A: Not at all. If you do the math, the benefits of having a policy far outweigh the cost. The cheapest way to access funeral services is through getting a policy as it is unaffordable to meet the cost of funeral services on a cash basis, particularly in this hyperinflationary environment. Besides, ours is not a luxury service that people can afford to do without. Despite it being of necessity, we have been extremely responsible and sensitive in our pricing as an industry so that we carry along with us everyone who has been on our books.
Q: Let me cut you short. The period 2007 and 2008 saw many insurers going back on their word. I thought I should say!
A: The period you are referring to was a traumatic one for policyholders, who lost everything they had invested in. I am happy to say that we were the odd ones out, who were able to honour the promises we made to our customers. Our commitment remains: Contracts, whether written or verbal, are sacred…they must be honoured.
Q: Even when they undermine the interests of the business?
A: Why make a promise that you cannot keep especially when you have competent actuaries, whose responsibility is to assess risks and help businesses develop policies that minimise the cost of that risk? Like I have said before, businesses exist for the long haul and can afford to limp along in difficult times, for as long as they can avoid going under. On the other hand, a loss to an individual is real and final, while that to an organisation or company, real or imagined, can be recovered with time. For this reason, even as we shall be reviewing our premiums, the margin will not reflect the full extent of the cost impact we are incurring so as to achieve a balanced outcome, whereby the quality of service will be maintained without overburdening both the business and the client.
Q: Will I be correct to suggest that this is a period of arrested development, whereby we should not expect any growth at all from Nyaradzo?
A: Far from it. It would be suicidal for us to fold our hands in the face of approaching danger, wishing away the tragedy. In times like these, businesses need to develop new income streams and diversify into other areas in order to mitigate risk. This is the route that we have taken at Nyaradzo on top of pursuing other survival strategies, among them cost containment and improving operational efficiencies.
Q: Any specifics as to what Nyaradzo has done in that regard?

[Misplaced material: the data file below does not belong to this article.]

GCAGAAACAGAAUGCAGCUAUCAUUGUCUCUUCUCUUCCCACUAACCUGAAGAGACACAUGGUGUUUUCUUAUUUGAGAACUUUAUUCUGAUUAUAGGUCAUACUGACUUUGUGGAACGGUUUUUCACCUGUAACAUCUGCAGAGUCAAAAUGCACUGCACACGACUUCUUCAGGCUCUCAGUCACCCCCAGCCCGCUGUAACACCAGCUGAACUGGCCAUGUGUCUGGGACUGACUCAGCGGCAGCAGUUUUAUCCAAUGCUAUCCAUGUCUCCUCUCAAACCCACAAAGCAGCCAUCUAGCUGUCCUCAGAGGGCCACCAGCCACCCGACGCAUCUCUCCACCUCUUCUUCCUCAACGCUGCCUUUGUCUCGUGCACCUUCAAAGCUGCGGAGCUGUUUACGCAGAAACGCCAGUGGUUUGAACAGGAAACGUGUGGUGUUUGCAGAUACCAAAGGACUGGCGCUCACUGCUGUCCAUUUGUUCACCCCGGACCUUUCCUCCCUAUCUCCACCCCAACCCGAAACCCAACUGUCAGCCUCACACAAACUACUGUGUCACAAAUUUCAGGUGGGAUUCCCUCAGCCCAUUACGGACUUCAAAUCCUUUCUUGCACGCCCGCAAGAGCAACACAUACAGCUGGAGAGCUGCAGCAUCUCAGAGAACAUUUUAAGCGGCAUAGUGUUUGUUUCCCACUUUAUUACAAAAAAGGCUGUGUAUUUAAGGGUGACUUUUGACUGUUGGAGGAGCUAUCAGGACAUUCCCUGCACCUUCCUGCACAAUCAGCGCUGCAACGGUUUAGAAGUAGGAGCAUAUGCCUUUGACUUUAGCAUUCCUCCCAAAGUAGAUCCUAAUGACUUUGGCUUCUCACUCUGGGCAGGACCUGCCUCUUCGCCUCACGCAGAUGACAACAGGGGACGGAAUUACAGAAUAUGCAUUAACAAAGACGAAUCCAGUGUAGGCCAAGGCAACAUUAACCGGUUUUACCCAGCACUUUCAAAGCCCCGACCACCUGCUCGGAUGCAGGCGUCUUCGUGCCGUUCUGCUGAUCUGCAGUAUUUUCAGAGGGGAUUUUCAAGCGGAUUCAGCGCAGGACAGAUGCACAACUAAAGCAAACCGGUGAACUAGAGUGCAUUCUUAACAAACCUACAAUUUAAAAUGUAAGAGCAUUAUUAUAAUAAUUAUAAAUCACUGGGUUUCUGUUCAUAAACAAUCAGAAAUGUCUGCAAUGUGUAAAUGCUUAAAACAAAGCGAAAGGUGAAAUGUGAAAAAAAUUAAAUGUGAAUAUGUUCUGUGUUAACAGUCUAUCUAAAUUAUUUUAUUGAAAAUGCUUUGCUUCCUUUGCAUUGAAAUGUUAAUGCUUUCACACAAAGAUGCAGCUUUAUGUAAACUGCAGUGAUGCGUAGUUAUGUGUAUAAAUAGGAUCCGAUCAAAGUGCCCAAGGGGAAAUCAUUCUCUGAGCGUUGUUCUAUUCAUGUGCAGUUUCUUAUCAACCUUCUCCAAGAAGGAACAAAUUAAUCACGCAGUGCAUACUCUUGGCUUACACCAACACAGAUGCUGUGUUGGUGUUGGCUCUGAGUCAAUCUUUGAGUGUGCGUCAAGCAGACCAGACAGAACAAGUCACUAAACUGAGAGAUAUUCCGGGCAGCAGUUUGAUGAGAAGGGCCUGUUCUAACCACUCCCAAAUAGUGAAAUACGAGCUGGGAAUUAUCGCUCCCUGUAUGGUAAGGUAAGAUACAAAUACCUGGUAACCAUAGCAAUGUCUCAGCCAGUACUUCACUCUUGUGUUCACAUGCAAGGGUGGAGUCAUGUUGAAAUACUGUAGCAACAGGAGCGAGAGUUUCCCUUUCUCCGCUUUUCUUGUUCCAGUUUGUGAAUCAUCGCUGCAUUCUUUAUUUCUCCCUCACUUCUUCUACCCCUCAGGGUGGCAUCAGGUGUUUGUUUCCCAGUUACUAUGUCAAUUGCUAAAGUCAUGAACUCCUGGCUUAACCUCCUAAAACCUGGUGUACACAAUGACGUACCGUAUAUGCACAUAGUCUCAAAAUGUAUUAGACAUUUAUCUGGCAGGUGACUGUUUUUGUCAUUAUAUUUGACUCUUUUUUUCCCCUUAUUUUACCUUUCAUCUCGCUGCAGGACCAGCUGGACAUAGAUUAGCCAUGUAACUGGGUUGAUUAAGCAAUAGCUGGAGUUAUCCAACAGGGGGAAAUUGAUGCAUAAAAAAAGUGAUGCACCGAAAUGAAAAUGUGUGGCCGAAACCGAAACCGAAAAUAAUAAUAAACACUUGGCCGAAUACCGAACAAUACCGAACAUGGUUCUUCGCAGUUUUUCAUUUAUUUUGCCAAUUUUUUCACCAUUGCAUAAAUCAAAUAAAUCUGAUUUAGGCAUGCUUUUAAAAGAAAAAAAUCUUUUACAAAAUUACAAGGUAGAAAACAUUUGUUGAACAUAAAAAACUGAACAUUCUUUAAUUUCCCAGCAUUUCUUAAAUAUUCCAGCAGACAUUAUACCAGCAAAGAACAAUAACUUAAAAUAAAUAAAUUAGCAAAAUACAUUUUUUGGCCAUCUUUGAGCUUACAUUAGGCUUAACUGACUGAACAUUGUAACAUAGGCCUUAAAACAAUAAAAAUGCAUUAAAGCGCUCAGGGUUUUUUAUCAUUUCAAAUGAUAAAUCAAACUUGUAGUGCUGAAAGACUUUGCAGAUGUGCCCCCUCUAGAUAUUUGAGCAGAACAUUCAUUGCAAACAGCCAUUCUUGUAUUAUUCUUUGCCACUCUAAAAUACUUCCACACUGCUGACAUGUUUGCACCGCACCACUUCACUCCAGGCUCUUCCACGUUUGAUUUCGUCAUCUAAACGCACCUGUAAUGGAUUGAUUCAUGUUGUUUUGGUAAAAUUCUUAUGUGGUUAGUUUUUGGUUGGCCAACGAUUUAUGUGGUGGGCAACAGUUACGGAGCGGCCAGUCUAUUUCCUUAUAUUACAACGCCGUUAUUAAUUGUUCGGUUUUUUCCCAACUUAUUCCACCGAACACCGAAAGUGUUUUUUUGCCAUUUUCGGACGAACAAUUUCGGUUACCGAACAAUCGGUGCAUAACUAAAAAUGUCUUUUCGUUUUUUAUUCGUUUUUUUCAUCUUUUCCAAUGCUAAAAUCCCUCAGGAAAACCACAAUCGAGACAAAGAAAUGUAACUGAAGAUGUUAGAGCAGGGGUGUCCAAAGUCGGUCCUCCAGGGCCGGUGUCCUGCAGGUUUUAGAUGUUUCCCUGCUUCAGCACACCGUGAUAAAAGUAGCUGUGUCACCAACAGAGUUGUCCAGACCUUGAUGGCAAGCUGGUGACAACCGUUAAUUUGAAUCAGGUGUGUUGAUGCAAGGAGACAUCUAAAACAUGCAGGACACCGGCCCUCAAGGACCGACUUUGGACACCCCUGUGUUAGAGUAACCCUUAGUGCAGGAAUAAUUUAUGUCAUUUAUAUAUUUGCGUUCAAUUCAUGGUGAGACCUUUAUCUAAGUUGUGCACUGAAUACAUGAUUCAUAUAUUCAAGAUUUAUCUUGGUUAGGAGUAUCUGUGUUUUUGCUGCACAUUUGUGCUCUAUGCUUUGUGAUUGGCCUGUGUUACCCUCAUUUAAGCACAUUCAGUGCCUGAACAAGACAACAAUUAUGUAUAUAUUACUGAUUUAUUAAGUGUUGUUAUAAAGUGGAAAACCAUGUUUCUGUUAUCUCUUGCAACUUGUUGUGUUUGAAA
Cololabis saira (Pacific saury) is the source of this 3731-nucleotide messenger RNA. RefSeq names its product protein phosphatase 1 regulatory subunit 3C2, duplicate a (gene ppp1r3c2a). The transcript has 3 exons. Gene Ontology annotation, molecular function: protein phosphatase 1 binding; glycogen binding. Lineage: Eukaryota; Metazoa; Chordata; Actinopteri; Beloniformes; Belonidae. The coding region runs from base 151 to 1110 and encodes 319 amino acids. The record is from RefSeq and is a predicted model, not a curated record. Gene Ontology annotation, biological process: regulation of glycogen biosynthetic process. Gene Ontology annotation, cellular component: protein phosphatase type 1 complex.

A: For now, all I can say is that our business has reached the stage ,where it is ready to explore regional and international opportunities. The growth we have achieved over the past 18 years has also created upstream and downstream opportunities that have not escaped our attention. In previous interviews that I granted, I recall citing our inability to export our services to more countries as something that I regret. Not anymore. Why don’t we make a date for another discussion in the not so distant future?
Q: The South African unit in Strydom Park, Randburg will be celebrating its second anniversary in December this year, having opened its doors on the 1st of December 2017. Are you happy with its progression?
A: We could not be happier with the work that Webster Chikengezha and his team are doing in Johannesburg, ensuring that our business there gains traction. The response from fellow Zimbabweans in South Africa as well as our brothers and sisters in the rainbow nation has been very encouraging.
Q: What does the future hold for Nyaradzo?
A: Despite the enormity of the challenges that the industry is going through, the future still looks bright. These challenges, in my view, are transient in nature and soon, we shall be talking about them in past tense.
Q: Your parting words?
A: Behind every dark cloud is a silver lining. As we are going through this rough period, let us not despair. We need to be innovative so that we can find solutions to many of the challenges confronting our motherland. John Kennedy once said ‘ask not what your country can do for you — ask what you can do for your country’. John Kennedy’s advice is relevant to each and every one of our citizens.